What that software does is it creates keys for groups of devices that want to communicate securely, so it could be two or 20 or 2000 devices, and they all undergo a process whereby they create a brand new symmetric encryption key, which they then use to communicate securely. We know that symmetric encryption key is computationally secure. A symmetric encryption key is just a long random number, and even a quantum computer in future will not be able to crack it in less than billions of years. Symmetric encryption keys have been used for decades, delivered by human courier, and therefore the algorithm to use such keys is already built into the world's software systems which means there's no great change required for the world to adopt the use of this technology.

We didn't invent symmetric encryption keys, we invented a way to distribute them securely.

BN: Can you give us an idea of how this works?

DW: Imagine two end points in in London and New York who want to create a secure channel. Each device talks to a data center in its city. In each location there are Hardware Security Modules (HSMs) which have identical sets of the encryption key data. That data is put there by 'satellites' which use a quantum protocol to deliver that information in a method that we can demonstrate is provably secure.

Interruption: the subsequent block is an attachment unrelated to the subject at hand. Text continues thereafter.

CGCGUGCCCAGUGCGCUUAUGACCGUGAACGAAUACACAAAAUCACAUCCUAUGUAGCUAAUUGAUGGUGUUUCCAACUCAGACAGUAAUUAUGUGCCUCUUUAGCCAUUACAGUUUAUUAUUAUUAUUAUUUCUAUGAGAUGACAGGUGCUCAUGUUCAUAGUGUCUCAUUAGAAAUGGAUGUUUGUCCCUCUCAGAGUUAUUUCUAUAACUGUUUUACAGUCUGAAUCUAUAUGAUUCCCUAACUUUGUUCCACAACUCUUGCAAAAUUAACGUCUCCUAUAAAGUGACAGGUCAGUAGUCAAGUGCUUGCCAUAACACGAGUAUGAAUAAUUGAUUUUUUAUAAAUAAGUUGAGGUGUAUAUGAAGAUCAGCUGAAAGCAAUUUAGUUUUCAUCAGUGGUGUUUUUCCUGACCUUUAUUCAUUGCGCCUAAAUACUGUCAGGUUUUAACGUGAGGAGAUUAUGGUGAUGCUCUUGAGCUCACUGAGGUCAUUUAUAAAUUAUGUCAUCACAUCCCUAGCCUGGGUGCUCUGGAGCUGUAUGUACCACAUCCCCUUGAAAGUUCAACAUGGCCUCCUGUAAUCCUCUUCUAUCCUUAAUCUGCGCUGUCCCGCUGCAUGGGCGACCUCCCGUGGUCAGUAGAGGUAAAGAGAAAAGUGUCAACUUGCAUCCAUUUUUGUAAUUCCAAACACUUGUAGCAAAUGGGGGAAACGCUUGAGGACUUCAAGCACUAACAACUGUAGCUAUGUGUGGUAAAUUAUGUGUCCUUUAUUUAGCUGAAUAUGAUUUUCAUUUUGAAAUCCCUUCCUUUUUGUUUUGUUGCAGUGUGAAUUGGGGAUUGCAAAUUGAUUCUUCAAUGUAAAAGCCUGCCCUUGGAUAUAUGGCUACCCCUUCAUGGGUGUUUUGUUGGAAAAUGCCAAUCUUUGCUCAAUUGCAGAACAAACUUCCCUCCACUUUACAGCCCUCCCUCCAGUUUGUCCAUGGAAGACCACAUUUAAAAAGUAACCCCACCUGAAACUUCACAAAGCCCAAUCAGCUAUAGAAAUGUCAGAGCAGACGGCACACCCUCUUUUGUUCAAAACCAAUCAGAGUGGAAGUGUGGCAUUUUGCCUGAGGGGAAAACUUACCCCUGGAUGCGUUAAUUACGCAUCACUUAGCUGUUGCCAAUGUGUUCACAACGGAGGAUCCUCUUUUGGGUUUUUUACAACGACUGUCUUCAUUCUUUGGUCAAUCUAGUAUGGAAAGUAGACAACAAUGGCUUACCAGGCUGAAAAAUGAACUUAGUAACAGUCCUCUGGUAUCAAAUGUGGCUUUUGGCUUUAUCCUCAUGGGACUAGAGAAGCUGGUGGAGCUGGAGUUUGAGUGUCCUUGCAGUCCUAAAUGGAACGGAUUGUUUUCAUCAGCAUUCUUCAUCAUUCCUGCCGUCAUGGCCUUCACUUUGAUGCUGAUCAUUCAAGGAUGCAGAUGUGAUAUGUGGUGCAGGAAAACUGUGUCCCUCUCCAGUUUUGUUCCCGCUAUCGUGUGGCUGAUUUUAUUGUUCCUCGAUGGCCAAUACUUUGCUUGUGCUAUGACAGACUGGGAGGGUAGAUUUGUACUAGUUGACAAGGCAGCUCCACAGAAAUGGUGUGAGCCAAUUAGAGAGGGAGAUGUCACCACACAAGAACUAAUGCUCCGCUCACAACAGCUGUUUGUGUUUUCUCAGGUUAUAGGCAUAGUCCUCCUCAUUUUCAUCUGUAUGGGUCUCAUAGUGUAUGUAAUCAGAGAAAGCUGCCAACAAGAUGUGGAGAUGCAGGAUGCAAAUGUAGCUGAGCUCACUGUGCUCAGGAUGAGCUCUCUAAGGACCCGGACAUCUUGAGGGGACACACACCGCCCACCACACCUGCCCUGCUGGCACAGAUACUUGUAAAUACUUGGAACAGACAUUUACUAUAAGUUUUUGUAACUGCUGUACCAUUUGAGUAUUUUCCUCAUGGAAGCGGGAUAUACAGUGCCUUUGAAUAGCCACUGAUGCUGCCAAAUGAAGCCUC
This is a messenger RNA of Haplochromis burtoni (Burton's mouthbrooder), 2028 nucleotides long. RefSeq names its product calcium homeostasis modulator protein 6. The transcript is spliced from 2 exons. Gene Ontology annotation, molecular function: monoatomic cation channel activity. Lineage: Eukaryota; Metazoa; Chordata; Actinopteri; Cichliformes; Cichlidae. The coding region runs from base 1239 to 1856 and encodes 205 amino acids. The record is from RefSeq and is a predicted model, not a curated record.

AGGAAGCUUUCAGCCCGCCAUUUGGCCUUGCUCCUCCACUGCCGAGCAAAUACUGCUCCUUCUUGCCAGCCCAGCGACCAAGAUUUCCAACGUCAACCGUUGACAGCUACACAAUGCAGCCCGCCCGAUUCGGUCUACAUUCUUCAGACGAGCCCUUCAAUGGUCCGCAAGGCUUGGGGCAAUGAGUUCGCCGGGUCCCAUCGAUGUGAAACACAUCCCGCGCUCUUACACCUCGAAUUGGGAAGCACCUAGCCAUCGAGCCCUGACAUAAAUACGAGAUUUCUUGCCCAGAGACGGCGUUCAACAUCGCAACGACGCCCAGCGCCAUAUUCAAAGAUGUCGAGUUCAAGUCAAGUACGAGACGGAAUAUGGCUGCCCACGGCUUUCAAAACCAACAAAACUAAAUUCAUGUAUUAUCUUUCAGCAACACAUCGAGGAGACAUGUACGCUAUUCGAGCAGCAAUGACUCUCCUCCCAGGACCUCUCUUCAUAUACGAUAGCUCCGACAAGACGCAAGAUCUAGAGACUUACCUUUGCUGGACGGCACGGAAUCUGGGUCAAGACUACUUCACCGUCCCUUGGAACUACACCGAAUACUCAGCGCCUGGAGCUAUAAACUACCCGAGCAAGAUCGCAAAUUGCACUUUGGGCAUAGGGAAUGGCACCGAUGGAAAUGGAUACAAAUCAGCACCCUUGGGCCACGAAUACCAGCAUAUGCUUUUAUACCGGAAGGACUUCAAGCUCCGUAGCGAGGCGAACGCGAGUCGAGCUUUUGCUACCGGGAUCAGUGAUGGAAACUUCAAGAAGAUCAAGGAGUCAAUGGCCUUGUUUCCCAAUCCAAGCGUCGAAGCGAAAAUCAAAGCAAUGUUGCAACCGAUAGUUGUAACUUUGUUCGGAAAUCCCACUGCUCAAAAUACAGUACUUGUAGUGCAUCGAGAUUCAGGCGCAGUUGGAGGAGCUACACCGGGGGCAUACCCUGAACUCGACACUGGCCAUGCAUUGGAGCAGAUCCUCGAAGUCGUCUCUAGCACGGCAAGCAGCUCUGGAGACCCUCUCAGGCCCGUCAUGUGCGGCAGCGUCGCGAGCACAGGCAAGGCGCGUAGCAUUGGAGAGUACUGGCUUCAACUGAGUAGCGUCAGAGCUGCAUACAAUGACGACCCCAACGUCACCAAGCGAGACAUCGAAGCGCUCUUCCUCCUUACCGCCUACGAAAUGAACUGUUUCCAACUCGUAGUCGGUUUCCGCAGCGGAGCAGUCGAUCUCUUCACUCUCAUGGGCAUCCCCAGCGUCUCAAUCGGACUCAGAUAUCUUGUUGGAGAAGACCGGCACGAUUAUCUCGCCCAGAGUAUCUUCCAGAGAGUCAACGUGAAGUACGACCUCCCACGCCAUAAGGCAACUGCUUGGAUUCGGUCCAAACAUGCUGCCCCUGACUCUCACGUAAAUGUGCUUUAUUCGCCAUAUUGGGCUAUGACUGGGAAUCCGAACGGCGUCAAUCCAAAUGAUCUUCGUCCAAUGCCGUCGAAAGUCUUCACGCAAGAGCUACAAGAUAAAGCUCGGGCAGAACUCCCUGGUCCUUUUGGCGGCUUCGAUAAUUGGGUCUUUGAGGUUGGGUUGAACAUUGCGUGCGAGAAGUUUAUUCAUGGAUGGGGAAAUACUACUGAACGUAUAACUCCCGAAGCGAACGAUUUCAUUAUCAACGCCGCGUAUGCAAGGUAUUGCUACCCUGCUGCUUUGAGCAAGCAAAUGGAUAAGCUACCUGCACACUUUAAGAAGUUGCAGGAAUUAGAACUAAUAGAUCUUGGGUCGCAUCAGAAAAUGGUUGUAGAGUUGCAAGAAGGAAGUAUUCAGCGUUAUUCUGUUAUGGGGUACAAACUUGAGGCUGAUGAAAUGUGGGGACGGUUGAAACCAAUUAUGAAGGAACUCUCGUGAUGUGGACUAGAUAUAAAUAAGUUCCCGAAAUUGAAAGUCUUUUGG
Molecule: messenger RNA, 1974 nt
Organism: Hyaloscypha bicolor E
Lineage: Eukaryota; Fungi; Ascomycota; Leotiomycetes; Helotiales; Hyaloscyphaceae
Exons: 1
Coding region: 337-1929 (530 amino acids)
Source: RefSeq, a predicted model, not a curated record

Think of the data centers as buckets, three times a day the satellites throw some random numbers into the buckets and all data centers end up with an identical bucket full of identical sets of random information. So, the endpoints talk to the data centers, which have a conversation and they agree on some information or clues to send in common to the end points, without actually knowing what that information is. In a very clever mashup of those clues, and the existing data that they have on their devices, the end points then create simultaneously a brand new random number.

BN: Is this available today?

DW: The satellite technology is still a couple of years away, currently the root source of random numbers is delivered to data centers by a random number generator in a data center, through some terrestrial mechanisms, which is regarded by our customers as secure today. It's not quantum safe yet, but the network gets upgraded in two years time when the quantum satellites launch and the whole thing becomes quantum safe.